The fallout between Peach and Williamson doesn't edge us much closer to an answer to this ethical, legal and philosophical conundrum. 

But the reason this story caught the attention of so many people - particularly women - this week, is because of what Williamson did next. 

Beginning by strenuously denying any claims made by Peach, he then went on to slut-shame her. He alleged she would try to "kick the f**king door in" to have sex with him while he was on the toilet. Other details are too explicit to republish here. 


In reference to Peach and another former girlfriend, he said: "You wanted me girls. I'm a loveable character. I don't blame you for throwing yourself [at me]." 

Image @shooterwilliamson 

In addition to portraying Peach as a sexual deviant with an insatiable appetite for sex, he added: "Peach was the one that wanted me. I never wanted her." 

And then he insinuated she was mad. 

"I’ve addressed this now, I don’t need to address it any further..." he told his Instagram followers. "You take one look at f**kin’ old Peachy you know what’s going on."

Williamson screenshot a private message he was sent by a fan that read: "You can tell by one glance at her pages that she's a nut job."

He responded with: "HAHAHAHAHAH mate you can smell how much of a nut job she is from another room. Gabby is not quite as f**ked in the head, but still surprisingly bad. She told Peach to do this after she got jealous a young girl hotter than her was moving into my place... that's what we've come to people... LEGIT. Jealously. Peach jealous of my TikTok fame etc."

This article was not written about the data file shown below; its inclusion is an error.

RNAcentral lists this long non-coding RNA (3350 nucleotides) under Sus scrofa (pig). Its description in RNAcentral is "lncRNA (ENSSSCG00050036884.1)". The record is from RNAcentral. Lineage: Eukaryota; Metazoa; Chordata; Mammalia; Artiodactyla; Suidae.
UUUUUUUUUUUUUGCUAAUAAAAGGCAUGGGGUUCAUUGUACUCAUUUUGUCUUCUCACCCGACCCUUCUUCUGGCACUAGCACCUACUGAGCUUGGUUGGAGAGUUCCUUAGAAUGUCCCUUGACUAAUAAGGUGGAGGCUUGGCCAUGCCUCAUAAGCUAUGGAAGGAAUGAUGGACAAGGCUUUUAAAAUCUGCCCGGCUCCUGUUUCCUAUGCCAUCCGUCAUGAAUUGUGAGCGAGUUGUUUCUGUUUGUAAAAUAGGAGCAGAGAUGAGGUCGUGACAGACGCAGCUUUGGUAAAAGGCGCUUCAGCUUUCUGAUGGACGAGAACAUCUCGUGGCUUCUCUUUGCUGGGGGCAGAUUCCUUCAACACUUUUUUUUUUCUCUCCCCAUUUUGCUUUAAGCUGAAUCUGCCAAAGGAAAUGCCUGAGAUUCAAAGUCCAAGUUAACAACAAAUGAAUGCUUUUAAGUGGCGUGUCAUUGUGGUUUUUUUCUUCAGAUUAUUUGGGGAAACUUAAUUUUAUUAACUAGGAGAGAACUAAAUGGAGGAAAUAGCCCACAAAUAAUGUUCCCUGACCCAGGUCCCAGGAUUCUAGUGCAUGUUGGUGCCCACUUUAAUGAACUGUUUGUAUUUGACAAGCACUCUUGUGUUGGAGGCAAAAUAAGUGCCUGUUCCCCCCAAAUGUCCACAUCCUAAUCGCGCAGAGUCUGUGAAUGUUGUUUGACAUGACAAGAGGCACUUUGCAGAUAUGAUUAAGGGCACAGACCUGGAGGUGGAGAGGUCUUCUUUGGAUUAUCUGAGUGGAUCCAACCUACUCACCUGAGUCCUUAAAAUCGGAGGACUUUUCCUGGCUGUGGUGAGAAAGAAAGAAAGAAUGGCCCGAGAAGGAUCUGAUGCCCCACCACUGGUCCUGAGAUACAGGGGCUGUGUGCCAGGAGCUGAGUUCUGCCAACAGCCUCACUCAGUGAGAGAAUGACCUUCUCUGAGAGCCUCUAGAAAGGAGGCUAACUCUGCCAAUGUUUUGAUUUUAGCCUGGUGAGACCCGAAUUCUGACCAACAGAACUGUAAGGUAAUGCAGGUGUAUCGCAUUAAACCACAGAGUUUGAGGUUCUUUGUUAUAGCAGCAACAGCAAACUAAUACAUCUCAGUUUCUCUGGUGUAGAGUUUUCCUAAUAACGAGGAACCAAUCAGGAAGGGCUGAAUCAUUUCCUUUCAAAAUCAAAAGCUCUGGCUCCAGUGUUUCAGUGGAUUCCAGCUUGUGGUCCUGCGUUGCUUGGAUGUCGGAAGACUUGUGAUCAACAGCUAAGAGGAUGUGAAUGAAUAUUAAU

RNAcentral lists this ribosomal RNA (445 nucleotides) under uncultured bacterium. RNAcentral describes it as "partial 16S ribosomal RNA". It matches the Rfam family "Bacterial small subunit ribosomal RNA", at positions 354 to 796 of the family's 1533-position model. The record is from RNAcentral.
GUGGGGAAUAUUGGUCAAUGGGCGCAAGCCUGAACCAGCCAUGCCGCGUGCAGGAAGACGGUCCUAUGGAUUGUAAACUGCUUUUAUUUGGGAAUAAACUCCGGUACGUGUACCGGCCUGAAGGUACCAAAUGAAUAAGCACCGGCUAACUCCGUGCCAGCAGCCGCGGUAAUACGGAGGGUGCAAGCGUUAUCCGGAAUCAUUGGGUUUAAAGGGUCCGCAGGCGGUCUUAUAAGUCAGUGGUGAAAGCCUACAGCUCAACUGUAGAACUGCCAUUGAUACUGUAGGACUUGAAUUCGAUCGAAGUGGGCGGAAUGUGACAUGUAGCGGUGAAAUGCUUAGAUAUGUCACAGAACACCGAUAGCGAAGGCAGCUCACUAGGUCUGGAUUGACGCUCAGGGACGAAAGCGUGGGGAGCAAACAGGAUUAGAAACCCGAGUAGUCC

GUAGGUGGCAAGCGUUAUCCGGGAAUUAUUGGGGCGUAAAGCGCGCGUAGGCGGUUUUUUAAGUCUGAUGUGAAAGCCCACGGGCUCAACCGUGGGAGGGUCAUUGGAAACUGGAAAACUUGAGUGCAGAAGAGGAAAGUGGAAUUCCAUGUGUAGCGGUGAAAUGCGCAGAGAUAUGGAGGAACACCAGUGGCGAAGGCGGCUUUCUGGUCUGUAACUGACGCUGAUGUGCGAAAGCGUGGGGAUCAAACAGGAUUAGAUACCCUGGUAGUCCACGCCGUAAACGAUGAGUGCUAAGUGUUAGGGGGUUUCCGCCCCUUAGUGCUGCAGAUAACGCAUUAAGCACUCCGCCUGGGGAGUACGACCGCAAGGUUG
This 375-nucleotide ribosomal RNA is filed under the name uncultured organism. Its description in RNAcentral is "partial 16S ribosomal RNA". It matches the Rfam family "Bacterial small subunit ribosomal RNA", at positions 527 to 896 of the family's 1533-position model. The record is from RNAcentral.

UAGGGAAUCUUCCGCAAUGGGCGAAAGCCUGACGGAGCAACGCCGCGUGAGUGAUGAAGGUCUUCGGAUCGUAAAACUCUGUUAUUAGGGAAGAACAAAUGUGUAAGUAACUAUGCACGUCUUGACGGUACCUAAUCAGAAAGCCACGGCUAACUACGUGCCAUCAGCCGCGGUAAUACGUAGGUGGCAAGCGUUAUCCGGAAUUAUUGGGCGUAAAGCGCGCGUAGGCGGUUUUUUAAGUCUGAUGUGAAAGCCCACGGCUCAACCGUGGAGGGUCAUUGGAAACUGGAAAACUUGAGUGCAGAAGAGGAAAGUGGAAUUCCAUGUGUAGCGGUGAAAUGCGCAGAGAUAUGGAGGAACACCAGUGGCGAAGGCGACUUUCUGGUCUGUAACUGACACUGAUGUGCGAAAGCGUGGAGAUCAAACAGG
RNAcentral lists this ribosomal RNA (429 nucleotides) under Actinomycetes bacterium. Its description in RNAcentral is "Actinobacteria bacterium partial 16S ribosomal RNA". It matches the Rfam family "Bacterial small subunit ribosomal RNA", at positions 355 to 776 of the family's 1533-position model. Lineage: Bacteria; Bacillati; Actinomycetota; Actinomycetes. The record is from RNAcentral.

Image @shooterwilliamson 


Not that this is the most pressing issue, but it seems unusual that Peach would be "jealous" of Williamson's TikTok game given she is, objectively, much more famous. 

Williamson made Peach out to be a mentally unhinged sexually desperate little girl who had her heart broken. 

And if anyone has ever wondered why women are reluctant to come forward with stories ranging from men's bad behaviour to sexual or physical abuse, that, right there, is your answer.

Listen to this episode of The Spill, where Laura Brodnik and Kee Reece discuss how Kourtney Kardashian has slightly derailed her family's legacy. Post continues after podcast. 

Women are terrified. 

Women are terrified because of what men can, and do, say about us. 

They tell us we wanted it. That they never liked us anyway. That we were desperate and pathetic. That it's obvious to anyone who looks in our direction we're crazy. That we're jealous and vindictive. 

They conjure up every image that people unconsciously already think about women, because they know an audience will believe it. 

They use shame.

Because somehow, in 2021, it is still more shameful for a woman to be called a slut, than for a man to be called a predator. 

If this post brings up any issues for you, or if you just feel like you need to speak to someone, please call 1800 RESPECT (1800 737 732) – the national sexual assault, domestic and family violence counselling service. It doesn’t matter where you live, they will take your call and, if need be, refer you to a service closer to home.